U.S. Consumer Borrowing Rose More Than Forecast in March
(Bloomberg) -- U.S. consumer credit climbed in March by more than forecast, highlighting an increased willingness to borrow as economic activity resumes.
Total credit rose $25.8 billion from the prior month after a $26.1 billion gain in February, Federal Reserve figures showed Friday. On an annualized basis, borrowing rose 7.4% in March. Economists in a Bloomberg survey had called for an $20 billion gain.
Revolving credit, which includes credit cards, rose $6.4 billion after an $8 billion increase. Non-revolving credit, which includes auto and school loans, jumped $19.4 billion, the most since June. Demand for cars has been strong, but limited by supply constraints due to a global semiconductor shortage.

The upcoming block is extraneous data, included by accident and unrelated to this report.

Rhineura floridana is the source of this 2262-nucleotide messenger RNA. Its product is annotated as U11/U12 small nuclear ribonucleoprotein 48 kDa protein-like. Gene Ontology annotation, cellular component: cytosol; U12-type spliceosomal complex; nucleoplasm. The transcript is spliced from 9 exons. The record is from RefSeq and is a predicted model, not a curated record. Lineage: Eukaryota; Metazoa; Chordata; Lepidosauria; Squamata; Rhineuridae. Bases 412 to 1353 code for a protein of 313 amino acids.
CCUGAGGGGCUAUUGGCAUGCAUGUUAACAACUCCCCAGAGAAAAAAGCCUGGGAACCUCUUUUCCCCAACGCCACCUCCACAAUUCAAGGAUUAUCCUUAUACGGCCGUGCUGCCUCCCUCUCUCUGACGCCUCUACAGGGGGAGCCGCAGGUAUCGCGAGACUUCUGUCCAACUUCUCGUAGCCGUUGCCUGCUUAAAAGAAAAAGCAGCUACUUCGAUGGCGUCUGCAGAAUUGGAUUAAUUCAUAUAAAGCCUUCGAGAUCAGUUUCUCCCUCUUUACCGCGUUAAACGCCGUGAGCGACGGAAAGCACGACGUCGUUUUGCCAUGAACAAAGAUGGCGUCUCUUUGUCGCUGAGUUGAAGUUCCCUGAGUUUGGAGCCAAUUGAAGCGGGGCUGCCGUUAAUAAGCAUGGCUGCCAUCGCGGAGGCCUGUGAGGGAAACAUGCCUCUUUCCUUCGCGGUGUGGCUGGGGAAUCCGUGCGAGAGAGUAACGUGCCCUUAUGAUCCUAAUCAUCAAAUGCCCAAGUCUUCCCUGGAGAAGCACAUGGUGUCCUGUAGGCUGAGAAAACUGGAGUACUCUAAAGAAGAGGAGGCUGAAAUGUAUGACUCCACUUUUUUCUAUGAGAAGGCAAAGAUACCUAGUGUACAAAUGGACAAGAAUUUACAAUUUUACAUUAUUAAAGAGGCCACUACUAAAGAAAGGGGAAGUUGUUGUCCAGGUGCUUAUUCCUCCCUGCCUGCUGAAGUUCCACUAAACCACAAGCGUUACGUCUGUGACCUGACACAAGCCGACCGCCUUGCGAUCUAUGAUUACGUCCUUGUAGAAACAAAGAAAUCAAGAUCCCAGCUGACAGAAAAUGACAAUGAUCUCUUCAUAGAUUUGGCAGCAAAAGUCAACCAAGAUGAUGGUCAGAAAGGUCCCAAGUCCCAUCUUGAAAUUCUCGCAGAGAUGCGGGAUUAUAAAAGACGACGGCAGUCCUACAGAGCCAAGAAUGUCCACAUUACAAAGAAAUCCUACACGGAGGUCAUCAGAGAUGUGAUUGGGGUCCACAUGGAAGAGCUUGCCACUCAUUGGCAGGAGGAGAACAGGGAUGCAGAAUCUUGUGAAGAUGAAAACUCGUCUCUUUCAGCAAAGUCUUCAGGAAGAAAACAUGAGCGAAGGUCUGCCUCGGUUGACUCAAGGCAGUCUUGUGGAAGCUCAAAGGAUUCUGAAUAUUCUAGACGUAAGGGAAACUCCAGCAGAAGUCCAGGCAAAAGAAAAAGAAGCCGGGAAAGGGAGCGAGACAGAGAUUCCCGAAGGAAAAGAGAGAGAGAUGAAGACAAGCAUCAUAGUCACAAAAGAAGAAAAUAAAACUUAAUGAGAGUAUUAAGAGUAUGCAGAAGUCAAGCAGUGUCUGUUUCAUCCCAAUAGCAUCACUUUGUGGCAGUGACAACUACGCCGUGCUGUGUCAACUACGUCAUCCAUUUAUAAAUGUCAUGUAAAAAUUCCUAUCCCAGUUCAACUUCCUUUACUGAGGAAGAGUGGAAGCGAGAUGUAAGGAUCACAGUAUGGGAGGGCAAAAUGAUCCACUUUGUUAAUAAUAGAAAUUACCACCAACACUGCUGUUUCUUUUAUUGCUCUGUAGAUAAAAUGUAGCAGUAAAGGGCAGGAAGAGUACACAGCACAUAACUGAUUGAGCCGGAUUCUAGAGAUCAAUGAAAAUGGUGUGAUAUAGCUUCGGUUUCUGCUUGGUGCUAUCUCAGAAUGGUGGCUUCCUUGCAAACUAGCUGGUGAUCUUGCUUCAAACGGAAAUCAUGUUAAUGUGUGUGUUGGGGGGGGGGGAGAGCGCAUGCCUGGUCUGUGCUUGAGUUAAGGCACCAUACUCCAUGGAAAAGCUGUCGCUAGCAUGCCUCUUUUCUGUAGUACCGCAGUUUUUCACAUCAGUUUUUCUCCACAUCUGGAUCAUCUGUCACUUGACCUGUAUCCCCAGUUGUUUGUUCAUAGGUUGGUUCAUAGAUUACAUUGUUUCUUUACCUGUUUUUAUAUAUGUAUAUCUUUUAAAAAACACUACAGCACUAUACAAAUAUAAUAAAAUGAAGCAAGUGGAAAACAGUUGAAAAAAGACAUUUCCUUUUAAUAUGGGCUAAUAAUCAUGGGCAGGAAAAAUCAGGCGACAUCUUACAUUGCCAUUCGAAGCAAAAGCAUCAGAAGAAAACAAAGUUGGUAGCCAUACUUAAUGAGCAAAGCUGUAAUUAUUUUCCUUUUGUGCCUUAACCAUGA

The broad-based borrowing increases suggest consumers are growing more confident as government stimulus checks circulate, vaccinations become more widespread and states ease or lift restrictions all together.
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